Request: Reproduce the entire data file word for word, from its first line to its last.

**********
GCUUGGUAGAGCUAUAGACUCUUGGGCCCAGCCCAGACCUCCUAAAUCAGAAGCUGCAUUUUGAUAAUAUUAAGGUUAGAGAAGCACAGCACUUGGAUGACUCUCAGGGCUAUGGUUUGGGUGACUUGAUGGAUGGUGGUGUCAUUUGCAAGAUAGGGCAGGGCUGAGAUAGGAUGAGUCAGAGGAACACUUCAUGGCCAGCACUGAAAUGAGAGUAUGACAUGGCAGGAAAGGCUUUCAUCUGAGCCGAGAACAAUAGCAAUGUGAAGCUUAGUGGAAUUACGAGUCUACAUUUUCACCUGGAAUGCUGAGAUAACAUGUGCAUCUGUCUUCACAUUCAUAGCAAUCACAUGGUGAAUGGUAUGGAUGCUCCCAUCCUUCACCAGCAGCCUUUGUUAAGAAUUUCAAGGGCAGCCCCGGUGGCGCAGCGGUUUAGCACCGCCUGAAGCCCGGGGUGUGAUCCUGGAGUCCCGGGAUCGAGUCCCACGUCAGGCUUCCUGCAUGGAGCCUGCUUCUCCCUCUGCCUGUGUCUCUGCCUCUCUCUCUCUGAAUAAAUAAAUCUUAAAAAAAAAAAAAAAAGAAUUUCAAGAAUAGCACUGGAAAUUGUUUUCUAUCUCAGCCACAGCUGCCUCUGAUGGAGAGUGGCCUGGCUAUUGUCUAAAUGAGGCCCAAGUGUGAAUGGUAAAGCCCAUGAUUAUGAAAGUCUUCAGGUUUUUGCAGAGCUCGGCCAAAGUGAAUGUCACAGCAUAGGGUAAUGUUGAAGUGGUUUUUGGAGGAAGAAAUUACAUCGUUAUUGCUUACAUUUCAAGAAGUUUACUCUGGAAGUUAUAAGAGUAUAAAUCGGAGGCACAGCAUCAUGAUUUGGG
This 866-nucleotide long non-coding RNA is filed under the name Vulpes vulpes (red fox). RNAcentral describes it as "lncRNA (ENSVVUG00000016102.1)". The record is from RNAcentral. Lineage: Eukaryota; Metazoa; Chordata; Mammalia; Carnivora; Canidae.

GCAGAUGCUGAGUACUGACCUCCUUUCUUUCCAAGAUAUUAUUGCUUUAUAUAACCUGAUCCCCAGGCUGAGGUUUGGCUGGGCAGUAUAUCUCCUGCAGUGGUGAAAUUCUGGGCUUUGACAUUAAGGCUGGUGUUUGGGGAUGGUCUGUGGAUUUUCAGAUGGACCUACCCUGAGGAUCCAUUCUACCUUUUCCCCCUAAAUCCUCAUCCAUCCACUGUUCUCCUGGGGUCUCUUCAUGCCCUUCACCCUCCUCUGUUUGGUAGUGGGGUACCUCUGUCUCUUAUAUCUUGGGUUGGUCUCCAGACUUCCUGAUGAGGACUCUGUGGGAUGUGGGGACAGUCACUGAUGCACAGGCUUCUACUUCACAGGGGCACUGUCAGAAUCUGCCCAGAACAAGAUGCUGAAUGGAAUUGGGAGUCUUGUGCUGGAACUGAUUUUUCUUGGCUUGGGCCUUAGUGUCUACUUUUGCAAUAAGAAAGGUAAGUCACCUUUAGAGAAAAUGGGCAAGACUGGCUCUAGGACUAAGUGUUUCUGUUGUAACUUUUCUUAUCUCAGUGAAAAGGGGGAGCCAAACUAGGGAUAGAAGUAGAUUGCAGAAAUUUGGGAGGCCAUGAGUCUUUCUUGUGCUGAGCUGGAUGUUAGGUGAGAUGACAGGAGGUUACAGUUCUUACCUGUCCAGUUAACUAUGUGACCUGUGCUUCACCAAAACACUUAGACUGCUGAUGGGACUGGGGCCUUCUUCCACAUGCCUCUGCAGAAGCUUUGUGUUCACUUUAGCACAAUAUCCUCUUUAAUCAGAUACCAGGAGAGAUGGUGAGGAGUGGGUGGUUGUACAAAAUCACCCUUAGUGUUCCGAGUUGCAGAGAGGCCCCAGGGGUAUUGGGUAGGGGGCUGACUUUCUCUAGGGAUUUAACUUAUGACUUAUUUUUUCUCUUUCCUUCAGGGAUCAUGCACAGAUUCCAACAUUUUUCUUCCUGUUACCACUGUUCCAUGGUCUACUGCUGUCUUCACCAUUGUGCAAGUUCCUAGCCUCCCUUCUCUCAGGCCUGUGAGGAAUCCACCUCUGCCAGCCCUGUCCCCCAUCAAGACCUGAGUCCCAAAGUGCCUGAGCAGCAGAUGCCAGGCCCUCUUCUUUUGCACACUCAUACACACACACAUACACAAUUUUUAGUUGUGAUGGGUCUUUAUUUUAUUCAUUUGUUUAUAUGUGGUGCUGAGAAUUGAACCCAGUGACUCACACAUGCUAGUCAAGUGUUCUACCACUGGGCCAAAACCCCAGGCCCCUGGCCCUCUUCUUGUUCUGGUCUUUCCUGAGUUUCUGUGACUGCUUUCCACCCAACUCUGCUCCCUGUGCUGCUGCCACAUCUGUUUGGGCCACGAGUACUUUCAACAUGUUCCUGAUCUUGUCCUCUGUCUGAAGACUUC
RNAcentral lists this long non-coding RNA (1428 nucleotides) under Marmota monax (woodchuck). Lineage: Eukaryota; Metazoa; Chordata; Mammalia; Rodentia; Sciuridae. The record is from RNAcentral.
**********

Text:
GCUUGGUAGAGCUAUAGACUCUUGGGCCCAGCCCAGACCUCCUAAAUCAGAAGCUGCAUUUUGAUAAUAUUAAGGUUAGAGAAGCACAGCACUUGGAUGACUCUCAGGGCUAUGGUUUGGGUGACUUGAUGGAUGGUGGUGUCAUUUGCAAGAUAGGGCAGGGCUGAGAUAGGAUGAGUCAGAGGAACACUUCAUGGCCAGCACUGAAAUGAGAGUAUGACAUGGCAGGAAAGGCUUUCAUCUGAGCCGAGAACAAUAGCAAUGUGAAGCUUAGUGGAAUUACGAGUCUACAUUUUCACCUGGAAUGCUGAGAUAACAUGUGCAUCUGUCUUCACAUUCAUAGCAAUCACAUGGUGAAUGGUAUGGAUGCUCCCAUCCUUCACCAGCAGCCUUUGUUAAGAAUUUCAAGGGCAGCCCCGGUGGCGCAGCGGUUUAGCACCGCCUGAAGCCCGGGGUGUGAUCCUGGAGUCCCGGGAUCGAGUCCCACGUCAGGCUUCCUGCAUGGAGCCUGCUUCUCCCUCUGCCUGUGUCUCUGCCUCUCUCUCUCUGAAUAAAUAAAUCUUAAAAAAAAAAAAAAAAGAAUUUCAAGAAUAGCACUGGAAAUUGUUUUCUAUCUCAGCCACAGCUGCCUCUGAUGGAGAGUGGCCUGGCUAUUGUCUAAAUGAGGCCCAAGUGUGAAUGGUAAAGCCCAUGAUUAUGAAAGUCUUCAGGUUUUUGCAGAGCUCGGCCAAAGUGAAUGUCACAGCAUAGGGUAAUGUUGAAGUGGUUUUUGGAGGAAGAAAUUACAUCGUUAUUGCUUACAUUUCAAGAAGUUUACUCUGGAAGUUAUAAGAGUAUAAAUCGGAGGCACAGCAUCAUGAUUUGGG
This 866-nucleotide long non-coding RNA is filed under the name Vulpes vulpes (red fox). RNAcentral describes it as "lncRNA (ENSVVUG00000016102.1)". The record is from RNAcentral. Lineage: Eukaryota; Metazoa; Chordata; Mammalia; Carnivora; Canidae.

GCAGAUGCUGAGUACUGACCUCCUUUCUUUCCAAGAUAUUAUUGCUUUAUAUAACCUGAUCCCCAGGCUGAGGUUUGGCUGGGCAGUAUAUCUCCUGCAGUGGUGAAAUUCUGGGCUUUGACAUUAAGGCUGGUGUUUGGGGAUGGUCUGUGGAUUUUCAGAUGGACCUACCCUGAGGAUCCAUUCUACCUUUUCCCCCUAAAUCCUCAUCCAUCCACUGUUCUCCUGGGGUCUCUUCAUGCCCUUCACCCUCCUCUGUUUGGUAGUGGGGUACCUCUGUCUCUUAUAUCUUGGGUUGGUCUCCAGACUUCCUGAUGAGGACUCUGUGGGAUGUGGGGACAGUCACUGAUGCACAGGCUUCUACUUCACAGGGGCACUGUCAGAAUCUGCCCAGAACAAGAUGCUGAAUGGAAUUGGGAGUCUUGUGCUGGAACUGAUUUUUCUUGGCUUGGGCCUUAGUGUCUACUUUUGCAAUAAGAAAGGUAAGUCACCUUUAGAGAAAAUGGGCAAGACUGGCUCUAGGACUAAGUGUUUCUGUUGUAACUUUUCUUAUCUCAGUGAAAAGGGGGAGCCAAACUAGGGAUAGAAGUAGAUUGCAGAAAUUUGGGAGGCCAUGAGUCUUUCUUGUGCUGAGCUGGAUGUUAGGUGAGAUGACAGGAGGUUACAGUUCUUACCUGUCCAGUUAACUAUGUGACCUGUGCUUCACCAAAACACUUAGACUGCUGAUGGGACUGGGGCCUUCUUCCACAUGCCUCUGCAGAAGCUUUGUGUUCACUUUAGCACAAUAUCCUCUUUAAUCAGAUACCAGGAGAGAUGGUGAGGAGUGGGUGGUUGUACAAAAUCACCCUUAGUGUUCCGAGUUGCAGAGAGGCCCCAGGGGUAUUGGGUAGGGGGCUGACUUUCUCUAGGGAUUUAACUUAUGACUUAUUUUUUCUCUUUCCUUCAGGGAUCAUGCACAGAUUCCAACAUUUUUCUUCCUGUUACCACUGUUCCAUGGUCUACUGCUGUCUUCACCAUUGUGCAAGUUCCUAGCCUCCCUUCUCUCAGGCCUGUGAGGAAUCCACCUCUGCCAGCCCUGUCCCCCAUCAAGACCUGAGUCCCAAAGUGCCUGAGCAGCAGAUGCCAGGCCCUCUUCUUUUGCACACUCAUACACACACACAUACACAAUUUUUAGUUGUGAUGGGUCUUUAUUUUAUUCAUUUGUUUAUAUGUGGUGCUGAGAAUUGAACCCAGUGACUCACACAUGCUAGUCAAGUGUUCUACCACUGGGCCAAAACCCCAGGCCCCUGGCCCUCUUCUUGUUCUGGUCUUUCCUGAGUUUCUGUGACUGCUUUCCACCCAACUCUGCUCCCUGUGCUGCUGCCACAUCUGUUUGGGCCACGAGUACUUUCAACAUGUUCCUGAUCUUGUCCUCUGUCUGAAGACUUC
RNAcentral lists this long non-coding RNA (1428 nucleotides) under Marmota monax (woodchuck). Lineage: Eukaryota; Metazoa; Chordata; Mammalia; Rodentia; Sciuridae. The record is from RNAcentral.